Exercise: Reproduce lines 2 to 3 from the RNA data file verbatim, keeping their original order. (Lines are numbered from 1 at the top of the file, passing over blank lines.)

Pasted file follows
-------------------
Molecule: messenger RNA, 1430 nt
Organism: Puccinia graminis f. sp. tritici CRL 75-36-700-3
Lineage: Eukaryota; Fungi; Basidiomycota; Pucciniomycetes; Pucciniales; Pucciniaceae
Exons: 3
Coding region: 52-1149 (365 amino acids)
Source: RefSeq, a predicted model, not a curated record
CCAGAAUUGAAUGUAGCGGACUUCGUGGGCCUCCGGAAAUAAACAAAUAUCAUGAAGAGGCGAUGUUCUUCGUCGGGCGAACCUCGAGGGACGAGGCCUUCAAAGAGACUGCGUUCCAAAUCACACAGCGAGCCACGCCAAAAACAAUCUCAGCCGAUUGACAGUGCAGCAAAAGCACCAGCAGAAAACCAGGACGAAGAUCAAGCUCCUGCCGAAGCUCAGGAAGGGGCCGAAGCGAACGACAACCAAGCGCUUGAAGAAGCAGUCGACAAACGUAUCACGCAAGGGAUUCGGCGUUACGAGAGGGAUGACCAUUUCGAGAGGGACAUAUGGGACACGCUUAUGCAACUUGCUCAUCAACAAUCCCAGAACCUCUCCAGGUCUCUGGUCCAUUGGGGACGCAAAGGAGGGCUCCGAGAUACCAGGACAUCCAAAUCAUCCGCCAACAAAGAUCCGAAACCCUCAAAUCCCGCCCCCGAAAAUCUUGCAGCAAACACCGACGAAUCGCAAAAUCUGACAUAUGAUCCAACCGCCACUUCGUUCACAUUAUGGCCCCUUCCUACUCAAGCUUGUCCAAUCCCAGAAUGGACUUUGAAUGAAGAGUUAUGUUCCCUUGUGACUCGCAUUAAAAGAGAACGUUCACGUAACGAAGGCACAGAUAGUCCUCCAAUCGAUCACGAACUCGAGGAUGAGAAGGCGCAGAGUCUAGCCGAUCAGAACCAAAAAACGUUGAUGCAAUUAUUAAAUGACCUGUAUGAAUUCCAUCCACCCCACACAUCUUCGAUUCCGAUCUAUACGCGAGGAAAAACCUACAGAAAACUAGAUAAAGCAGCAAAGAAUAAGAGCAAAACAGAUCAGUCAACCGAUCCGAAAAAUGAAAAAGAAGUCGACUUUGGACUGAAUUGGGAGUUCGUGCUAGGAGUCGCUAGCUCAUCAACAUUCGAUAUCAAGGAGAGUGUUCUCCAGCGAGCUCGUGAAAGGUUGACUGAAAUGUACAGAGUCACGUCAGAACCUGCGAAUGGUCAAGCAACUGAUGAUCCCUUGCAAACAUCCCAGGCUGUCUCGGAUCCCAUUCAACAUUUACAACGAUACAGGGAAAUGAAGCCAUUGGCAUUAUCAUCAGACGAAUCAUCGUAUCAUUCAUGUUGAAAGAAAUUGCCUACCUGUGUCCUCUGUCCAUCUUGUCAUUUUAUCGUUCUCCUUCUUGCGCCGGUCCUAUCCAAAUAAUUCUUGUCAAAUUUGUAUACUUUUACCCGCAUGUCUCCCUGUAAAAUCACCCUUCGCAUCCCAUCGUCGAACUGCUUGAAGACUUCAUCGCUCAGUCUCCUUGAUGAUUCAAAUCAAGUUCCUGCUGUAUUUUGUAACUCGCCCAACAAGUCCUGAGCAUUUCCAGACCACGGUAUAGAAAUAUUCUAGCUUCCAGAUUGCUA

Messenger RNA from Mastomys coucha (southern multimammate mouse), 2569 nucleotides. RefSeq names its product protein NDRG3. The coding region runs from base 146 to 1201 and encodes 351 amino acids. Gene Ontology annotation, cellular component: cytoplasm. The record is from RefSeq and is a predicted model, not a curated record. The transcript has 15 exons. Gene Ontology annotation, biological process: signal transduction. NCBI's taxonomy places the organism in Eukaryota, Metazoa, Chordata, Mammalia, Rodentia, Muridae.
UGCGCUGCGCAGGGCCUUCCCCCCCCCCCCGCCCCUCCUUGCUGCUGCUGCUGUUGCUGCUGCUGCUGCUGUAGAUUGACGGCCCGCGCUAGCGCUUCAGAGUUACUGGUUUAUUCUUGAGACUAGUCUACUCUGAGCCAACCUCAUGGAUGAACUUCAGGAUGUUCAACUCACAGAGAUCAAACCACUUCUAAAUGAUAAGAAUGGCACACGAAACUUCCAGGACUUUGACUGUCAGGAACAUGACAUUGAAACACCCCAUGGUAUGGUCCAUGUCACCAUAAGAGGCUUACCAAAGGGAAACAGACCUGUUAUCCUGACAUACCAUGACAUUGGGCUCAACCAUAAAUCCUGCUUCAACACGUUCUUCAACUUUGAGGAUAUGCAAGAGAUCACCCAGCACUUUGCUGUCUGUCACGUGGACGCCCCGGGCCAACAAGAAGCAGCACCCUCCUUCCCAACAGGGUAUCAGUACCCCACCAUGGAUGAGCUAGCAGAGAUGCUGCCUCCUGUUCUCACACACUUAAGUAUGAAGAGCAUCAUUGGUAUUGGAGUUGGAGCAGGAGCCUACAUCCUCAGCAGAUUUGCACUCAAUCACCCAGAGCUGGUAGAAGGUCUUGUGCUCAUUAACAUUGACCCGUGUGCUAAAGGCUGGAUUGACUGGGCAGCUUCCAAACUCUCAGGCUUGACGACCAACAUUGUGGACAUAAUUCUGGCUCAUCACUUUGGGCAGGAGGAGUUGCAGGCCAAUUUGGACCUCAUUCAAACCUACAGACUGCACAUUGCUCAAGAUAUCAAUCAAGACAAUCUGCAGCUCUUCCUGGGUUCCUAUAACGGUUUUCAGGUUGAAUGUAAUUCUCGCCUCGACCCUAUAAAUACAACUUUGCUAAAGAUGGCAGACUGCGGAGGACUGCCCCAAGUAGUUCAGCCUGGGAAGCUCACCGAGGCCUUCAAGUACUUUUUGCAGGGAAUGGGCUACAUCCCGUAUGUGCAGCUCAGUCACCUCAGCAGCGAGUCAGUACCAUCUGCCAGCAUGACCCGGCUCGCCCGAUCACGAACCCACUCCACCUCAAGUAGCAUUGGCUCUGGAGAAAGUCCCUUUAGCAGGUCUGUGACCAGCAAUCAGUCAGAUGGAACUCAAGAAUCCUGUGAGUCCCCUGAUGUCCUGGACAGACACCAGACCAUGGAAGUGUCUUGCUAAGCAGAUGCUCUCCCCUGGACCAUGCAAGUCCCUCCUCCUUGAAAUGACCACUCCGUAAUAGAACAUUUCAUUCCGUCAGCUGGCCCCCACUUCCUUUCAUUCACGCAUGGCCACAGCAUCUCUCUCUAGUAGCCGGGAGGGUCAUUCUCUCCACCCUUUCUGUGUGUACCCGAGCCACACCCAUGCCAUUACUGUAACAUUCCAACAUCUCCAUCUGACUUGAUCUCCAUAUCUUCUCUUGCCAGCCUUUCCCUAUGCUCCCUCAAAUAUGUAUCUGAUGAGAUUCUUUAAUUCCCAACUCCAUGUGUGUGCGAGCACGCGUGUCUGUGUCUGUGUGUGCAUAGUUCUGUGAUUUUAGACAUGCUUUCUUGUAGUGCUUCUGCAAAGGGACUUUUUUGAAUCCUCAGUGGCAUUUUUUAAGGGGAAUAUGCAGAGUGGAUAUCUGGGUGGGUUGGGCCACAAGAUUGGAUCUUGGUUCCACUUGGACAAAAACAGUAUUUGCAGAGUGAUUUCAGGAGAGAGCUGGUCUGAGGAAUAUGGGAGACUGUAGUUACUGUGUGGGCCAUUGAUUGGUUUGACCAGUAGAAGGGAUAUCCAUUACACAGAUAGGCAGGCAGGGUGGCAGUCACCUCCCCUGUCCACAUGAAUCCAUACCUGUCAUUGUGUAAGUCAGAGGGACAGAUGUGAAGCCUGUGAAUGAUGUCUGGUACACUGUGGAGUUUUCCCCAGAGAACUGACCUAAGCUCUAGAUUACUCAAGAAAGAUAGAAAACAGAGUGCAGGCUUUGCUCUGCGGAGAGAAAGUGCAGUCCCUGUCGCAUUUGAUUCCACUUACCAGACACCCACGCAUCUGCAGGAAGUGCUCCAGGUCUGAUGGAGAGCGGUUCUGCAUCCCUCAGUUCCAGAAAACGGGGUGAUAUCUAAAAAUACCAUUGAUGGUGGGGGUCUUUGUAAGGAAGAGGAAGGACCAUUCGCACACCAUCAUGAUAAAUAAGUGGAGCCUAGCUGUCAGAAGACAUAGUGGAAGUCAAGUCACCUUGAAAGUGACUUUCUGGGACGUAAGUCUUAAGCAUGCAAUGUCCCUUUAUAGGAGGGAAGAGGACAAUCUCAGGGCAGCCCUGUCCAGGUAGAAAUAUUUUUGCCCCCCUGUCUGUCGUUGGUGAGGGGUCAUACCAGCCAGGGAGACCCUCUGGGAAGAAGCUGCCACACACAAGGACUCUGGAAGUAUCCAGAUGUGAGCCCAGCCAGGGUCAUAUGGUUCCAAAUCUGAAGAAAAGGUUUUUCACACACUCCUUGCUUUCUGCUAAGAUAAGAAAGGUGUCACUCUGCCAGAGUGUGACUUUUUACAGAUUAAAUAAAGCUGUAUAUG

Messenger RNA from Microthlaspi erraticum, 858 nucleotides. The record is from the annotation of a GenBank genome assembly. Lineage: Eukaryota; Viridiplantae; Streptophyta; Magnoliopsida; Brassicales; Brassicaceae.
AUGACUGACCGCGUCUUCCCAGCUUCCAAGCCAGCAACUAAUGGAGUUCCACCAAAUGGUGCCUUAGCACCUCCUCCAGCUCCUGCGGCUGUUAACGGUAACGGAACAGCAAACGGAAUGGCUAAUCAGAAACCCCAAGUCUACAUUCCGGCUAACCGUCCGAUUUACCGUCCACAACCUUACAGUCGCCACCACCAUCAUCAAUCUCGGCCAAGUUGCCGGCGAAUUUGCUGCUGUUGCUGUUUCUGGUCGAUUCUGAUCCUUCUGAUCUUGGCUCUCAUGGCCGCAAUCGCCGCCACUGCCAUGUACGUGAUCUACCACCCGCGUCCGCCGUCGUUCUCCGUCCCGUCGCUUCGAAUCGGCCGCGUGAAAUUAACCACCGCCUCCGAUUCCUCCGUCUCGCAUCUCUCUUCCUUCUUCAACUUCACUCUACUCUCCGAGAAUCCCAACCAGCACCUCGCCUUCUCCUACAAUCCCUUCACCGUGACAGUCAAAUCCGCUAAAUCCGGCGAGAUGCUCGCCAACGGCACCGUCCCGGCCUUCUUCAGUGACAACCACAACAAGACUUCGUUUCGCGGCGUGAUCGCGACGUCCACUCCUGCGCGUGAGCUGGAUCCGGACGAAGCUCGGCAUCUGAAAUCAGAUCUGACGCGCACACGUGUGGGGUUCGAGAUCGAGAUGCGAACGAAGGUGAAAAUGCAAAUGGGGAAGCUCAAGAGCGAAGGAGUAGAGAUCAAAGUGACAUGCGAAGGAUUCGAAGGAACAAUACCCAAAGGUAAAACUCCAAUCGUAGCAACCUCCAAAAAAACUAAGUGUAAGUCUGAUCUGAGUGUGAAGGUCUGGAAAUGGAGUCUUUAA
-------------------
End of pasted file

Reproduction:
Organism: Puccinia graminis f. sp. tritici CRL 75-36-700-3
Lineage: Eukaryota; Fungi; Basidiomycota; Pucciniomycetes; Pucciniales; Pucciniaceae